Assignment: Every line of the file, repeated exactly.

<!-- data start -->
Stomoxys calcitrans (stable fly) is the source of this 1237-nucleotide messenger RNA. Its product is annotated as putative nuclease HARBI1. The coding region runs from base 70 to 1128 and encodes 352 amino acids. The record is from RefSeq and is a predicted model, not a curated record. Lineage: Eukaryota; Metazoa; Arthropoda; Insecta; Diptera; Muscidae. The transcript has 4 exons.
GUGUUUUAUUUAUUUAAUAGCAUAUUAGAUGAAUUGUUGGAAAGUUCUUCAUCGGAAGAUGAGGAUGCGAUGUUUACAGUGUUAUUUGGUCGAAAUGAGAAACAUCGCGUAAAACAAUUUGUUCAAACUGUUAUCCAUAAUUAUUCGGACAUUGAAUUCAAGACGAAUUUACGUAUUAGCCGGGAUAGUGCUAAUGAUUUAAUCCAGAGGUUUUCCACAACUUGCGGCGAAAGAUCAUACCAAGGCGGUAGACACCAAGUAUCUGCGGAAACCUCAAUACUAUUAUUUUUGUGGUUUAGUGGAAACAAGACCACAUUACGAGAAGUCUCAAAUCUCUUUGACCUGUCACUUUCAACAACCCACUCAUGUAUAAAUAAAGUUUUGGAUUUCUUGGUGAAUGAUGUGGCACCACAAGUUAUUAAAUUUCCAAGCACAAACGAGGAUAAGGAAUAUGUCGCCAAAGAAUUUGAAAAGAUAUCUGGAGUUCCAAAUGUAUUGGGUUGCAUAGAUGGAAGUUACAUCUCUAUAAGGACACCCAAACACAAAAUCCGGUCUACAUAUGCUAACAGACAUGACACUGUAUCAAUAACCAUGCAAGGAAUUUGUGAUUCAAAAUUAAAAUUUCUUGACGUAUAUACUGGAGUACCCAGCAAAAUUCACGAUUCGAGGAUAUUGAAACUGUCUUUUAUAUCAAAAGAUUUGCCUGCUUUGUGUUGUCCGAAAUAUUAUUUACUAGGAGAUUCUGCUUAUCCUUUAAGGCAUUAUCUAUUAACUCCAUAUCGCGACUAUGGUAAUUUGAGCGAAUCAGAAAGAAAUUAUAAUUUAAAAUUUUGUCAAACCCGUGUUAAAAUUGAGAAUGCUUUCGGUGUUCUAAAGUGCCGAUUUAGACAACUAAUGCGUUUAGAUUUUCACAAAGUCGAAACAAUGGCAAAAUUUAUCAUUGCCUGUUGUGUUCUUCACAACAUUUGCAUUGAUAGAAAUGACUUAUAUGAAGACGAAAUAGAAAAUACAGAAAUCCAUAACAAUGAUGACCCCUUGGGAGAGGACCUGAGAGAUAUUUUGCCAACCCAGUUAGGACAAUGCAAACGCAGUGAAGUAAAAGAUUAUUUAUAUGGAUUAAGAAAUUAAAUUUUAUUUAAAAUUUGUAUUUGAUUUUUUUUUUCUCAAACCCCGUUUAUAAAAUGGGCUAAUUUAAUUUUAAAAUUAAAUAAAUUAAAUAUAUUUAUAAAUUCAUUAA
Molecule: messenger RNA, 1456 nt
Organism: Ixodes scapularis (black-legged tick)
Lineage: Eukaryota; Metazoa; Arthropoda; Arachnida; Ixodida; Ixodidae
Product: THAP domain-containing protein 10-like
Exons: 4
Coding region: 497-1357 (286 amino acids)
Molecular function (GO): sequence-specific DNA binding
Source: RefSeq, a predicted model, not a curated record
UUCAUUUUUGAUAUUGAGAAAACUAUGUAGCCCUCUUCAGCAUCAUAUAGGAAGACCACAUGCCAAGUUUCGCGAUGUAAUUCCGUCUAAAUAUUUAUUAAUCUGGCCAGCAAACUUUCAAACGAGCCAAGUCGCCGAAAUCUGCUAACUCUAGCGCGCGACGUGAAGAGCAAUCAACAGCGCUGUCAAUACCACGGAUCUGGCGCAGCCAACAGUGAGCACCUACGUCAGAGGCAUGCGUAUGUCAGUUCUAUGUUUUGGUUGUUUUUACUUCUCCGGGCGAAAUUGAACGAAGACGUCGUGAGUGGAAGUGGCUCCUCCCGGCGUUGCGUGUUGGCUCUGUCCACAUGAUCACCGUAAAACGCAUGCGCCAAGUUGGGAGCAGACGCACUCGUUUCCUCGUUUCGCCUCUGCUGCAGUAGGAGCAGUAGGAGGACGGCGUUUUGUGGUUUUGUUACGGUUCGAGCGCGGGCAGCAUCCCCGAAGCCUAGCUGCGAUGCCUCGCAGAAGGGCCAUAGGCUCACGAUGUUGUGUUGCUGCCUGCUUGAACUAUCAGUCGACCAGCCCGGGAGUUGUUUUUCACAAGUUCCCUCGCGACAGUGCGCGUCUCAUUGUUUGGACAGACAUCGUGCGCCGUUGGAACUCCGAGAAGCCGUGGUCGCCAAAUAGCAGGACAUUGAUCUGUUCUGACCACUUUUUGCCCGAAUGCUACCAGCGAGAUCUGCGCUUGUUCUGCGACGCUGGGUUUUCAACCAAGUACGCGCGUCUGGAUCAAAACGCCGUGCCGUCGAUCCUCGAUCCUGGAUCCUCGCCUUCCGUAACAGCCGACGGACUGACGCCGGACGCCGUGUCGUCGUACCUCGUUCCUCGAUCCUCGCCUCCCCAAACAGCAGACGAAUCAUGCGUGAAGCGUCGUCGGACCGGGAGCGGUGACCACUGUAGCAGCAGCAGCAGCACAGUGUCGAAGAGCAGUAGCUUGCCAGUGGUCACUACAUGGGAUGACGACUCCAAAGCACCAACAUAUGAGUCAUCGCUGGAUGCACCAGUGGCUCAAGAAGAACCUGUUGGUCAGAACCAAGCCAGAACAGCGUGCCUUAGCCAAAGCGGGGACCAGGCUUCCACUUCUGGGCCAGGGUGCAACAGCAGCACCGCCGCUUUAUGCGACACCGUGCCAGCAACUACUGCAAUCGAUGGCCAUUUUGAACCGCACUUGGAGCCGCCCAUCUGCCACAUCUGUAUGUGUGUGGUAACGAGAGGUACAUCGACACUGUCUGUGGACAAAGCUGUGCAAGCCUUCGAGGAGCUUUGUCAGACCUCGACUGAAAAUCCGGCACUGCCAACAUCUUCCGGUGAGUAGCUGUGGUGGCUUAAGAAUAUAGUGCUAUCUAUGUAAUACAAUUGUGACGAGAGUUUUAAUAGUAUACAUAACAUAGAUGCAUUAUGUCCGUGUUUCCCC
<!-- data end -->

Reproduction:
Stomoxys calcitrans (stable fly) is the source of this 1237-nucleotide messenger RNA. Its product is annotated as putative nuclease HARBI1. The coding region runs from base 70 to 1128 and encodes 352 amino acids. The record is from RefSeq and is a predicted model, not a curated record. Lineage: Eukaryota; Metazoa; Arthropoda; Insecta; Diptera; Muscidae. The transcript has 4 exons.
GUGUUUUAUUUAUUUAAUAGCAUAUUAGAUGAAUUGUUGGAAAGUUCUUCAUCGGAAGAUGAGGAUGCGAUGUUUACAGUGUUAUUUGGUCGAAAUGAGAAACAUCGCGUAAAACAAUUUGUUCAAACUGUUAUCCAUAAUUAUUCGGACAUUGAAUUCAAGACGAAUUUACGUAUUAGCCGGGAUAGUGCUAAUGAUUUAAUCCAGAGGUUUUCCACAACUUGCGGCGAAAGAUCAUACCAAGGCGGUAGACACCAAGUAUCUGCGGAAACCUCAAUACUAUUAUUUUUGUGGUUUAGUGGAAACAAGACCACAUUACGAGAAGUCUCAAAUCUCUUUGACCUGUCACUUUCAACAACCCACUCAUGUAUAAAUAAAGUUUUGGAUUUCUUGGUGAAUGAUGUGGCACCACAAGUUAUUAAAUUUCCAAGCACAAACGAGGAUAAGGAAUAUGUCGCCAAAGAAUUUGAAAAGAUAUCUGGAGUUCCAAAUGUAUUGGGUUGCAUAGAUGGAAGUUACAUCUCUAUAAGGACACCCAAACACAAAAUCCGGUCUACAUAUGCUAACAGACAUGACACUGUAUCAAUAACCAUGCAAGGAAUUUGUGAUUCAAAAUUAAAAUUUCUUGACGUAUAUACUGGAGUACCCAGCAAAAUUCACGAUUCGAGGAUAUUGAAACUGUCUUUUAUAUCAAAAGAUUUGCCUGCUUUGUGUUGUCCGAAAUAUUAUUUACUAGGAGAUUCUGCUUAUCCUUUAAGGCAUUAUCUAUUAACUCCAUAUCGCGACUAUGGUAAUUUGAGCGAAUCAGAAAGAAAUUAUAAUUUAAAAUUUUGUCAAACCCGUGUUAAAAUUGAGAAUGCUUUCGGUGUUCUAAAGUGCCGAUUUAGACAACUAAUGCGUUUAGAUUUUCACAAAGUCGAAACAAUGGCAAAAUUUAUCAUUGCCUGUUGUGUUCUUCACAACAUUUGCAUUGAUAGAAAUGACUUAUAUGAAGACGAAAUAGAAAAUACAGAAAUCCAUAACAAUGAUGACCCCUUGGGAGAGGACCUGAGAGAUAUUUUGCCAACCCAGUUAGGACAAUGCAAACGCAGUGAAGUAAAAGAUUAUUUAUAUGGAUUAAGAAAUUAAAUUUUAUUUAAAAUUUGUAUUUGAUUUUUUUUUUCUCAAACCCCGUUUAUAAAAUGGGCUAAUUUAAUUUUAAAAUUAAAUAAAUUAAAUAUAUUUAUAAAUUCAUUAA
Molecule: messenger RNA, 1456 nt
Organism: Ixodes scapularis (black-legged tick)
Lineage: Eukaryota; Metazoa; Arthropoda; Arachnida; Ixodida; Ixodidae
Product: THAP domain-containing protein 10-like
Exons: 4
Coding region: 497-1357 (286 amino acids)
Molecular function (GO): sequence-specific DNA binding
Source: RefSeq, a predicted model, not a curated record
UUCAUUUUUGAUAUUGAGAAAACUAUGUAGCCCUCUUCAGCAUCAUAUAGGAAGACCACAUGCCAAGUUUCGCGAUGUAAUUCCGUCUAAAUAUUUAUUAAUCUGGCCAGCAAACUUUCAAACGAGCCAAGUCGCCGAAAUCUGCUAACUCUAGCGCGCGACGUGAAGAGCAAUCAACAGCGCUGUCAAUACCACGGAUCUGGCGCAGCCAACAGUGAGCACCUACGUCAGAGGCAUGCGUAUGUCAGUUCUAUGUUUUGGUUGUUUUUACUUCUCCGGGCGAAAUUGAACGAAGACGUCGUGAGUGGAAGUGGCUCCUCCCGGCGUUGCGUGUUGGCUCUGUCCACAUGAUCACCGUAAAACGCAUGCGCCAAGUUGGGAGCAGACGCACUCGUUUCCUCGUUUCGCCUCUGCUGCAGUAGGAGCAGUAGGAGGACGGCGUUUUGUGGUUUUGUUACGGUUCGAGCGCGGGCAGCAUCCCCGAAGCCUAGCUGCGAUGCCUCGCAGAAGGGCCAUAGGCUCACGAUGUUGUGUUGCUGCCUGCUUGAACUAUCAGUCGACCAGCCCGGGAGUUGUUUUUCACAAGUUCCCUCGCGACAGUGCGCGUCUCAUUGUUUGGACAGACAUCGUGCGCCGUUGGAACUCCGAGAAGCCGUGGUCGCCAAAUAGCAGGACAUUGAUCUGUUCUGACCACUUUUUGCCCGAAUGCUACCAGCGAGAUCUGCGCUUGUUCUGCGACGCUGGGUUUUCAACCAAGUACGCGCGUCUGGAUCAAAACGCCGUGCCGUCGAUCCUCGAUCCUGGAUCCUCGCCUUCCGUAACAGCCGACGGACUGACGCCGGACGCCGUGUCGUCGUACCUCGUUCCUCGAUCCUCGCCUCCCCAAACAGCAGACGAAUCAUGCGUGAAGCGUCGUCGGACCGGGAGCGGUGACCACUGUAGCAGCAGCAGCAGCACAGUGUCGAAGAGCAGUAGCUUGCCAGUGGUCACUACAUGGGAUGACGACUCCAAAGCACCAACAUAUGAGUCAUCGCUGGAUGCACCAGUGGCUCAAGAAGAACCUGUUGGUCAGAACCAAGCCAGAACAGCGUGCCUUAGCCAAAGCGGGGACCAGGCUUCCACUUCUGGGCCAGGGUGCAACAGCAGCACCGCCGCUUUAUGCGACACCGUGCCAGCAACUACUGCAAUCGAUGGCCAUUUUGAACCGCACUUGGAGCCGCCCAUCUGCCACAUCUGUAUGUGUGUGGUAACGAGAGGUACAUCGACACUGUCUGUGGACAAAGCUGUGCAAGCCUUCGAGGAGCUUUGUCAGACCUCGACUGAAAAUCCGGCACUGCCAACAUCUUCCGGUGAGUAGCUGUGGUGGCUUAAGAAUAUAGUGCUAUCUAUGUAAUACAAUUGUGACGAGAGUUUUAAUAGUAUACAUAACAUAGAUGCAUUAUGUCCGUGUUUCCCC